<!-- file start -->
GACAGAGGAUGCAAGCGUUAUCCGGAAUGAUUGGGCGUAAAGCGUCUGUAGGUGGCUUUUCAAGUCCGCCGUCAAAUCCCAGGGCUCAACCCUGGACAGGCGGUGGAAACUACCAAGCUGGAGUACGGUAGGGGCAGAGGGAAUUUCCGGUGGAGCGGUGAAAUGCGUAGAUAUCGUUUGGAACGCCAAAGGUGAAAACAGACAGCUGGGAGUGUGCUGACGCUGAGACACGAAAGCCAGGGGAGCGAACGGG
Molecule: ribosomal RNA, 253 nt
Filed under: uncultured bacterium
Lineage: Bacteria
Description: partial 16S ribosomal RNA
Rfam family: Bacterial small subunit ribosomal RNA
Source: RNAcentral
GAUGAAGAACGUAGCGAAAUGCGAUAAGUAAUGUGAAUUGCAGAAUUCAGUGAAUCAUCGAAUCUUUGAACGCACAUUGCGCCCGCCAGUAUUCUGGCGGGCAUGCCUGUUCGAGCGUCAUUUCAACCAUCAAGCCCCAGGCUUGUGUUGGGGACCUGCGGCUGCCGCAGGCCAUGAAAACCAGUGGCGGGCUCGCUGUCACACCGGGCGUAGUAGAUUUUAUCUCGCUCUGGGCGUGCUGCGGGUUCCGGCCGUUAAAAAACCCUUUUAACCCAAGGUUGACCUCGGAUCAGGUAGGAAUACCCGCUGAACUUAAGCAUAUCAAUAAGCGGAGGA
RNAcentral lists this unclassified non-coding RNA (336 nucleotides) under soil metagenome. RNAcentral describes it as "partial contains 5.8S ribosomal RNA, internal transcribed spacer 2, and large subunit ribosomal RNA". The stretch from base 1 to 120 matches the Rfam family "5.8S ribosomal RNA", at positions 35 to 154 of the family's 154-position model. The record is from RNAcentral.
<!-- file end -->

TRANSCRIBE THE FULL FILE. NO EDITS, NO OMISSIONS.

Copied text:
GACAGAGGAUGCAAGCGUUAUCCGGAAUGAUUGGGCGUAAAGCGUCUGUAGGUGGCUUUUCAAGUCCGCCGUCAAAUCCCAGGGCUCAACCCUGGACAGGCGGUGGAAACUACCAAGCUGGAGUACGGUAGGGGCAGAGGGAAUUUCCGGUGGAGCGGUGAAAUGCGUAGAUAUCGUUUGGAACGCCAAAGGUGAAAACAGACAGCUGGGAGUGUGCUGACGCUGAGACACGAAAGCCAGGGGAGCGAACGGG
Molecule: ribosomal RNA, 253 nt
Filed under: uncultured bacterium
Lineage: Bacteria
Description: partial 16S ribosomal RNA
Rfam family: Bacterial small subunit ribosomal RNA
Source: RNAcentral
GAUGAAGAACGUAGCGAAAUGCGAUAAGUAAUGUGAAUUGCAGAAUUCAGUGAAUCAUCGAAUCUUUGAACGCACAUUGCGCCCGCCAGUAUUCUGGCGGGCAUGCCUGUUCGAGCGUCAUUUCAACCAUCAAGCCCCAGGCUUGUGUUGGGGACCUGCGGCUGCCGCAGGCCAUGAAAACCAGUGGCGGGCUCGCUGUCACACCGGGCGUAGUAGAUUUUAUCUCGCUCUGGGCGUGCUGCGGGUUCCGGCCGUUAAAAAACCCUUUUAACCCAAGGUUGACCUCGGAUCAGGUAGGAAUACCCGCUGAACUUAAGCAUAUCAAUAAGCGGAGGA
RNAcentral lists this unclassified non-coding RNA (336 nucleotides) under soil metagenome. RNAcentral describes it as "partial contains 5.8S ribosomal RNA, internal transcribed spacer 2, and large subunit ribosomal RNA". The stretch from base 1 to 120 matches the Rfam family "5.8S ribosomal RNA", at positions 35 to 154 of the family's 154-position model. The record is from RNAcentral.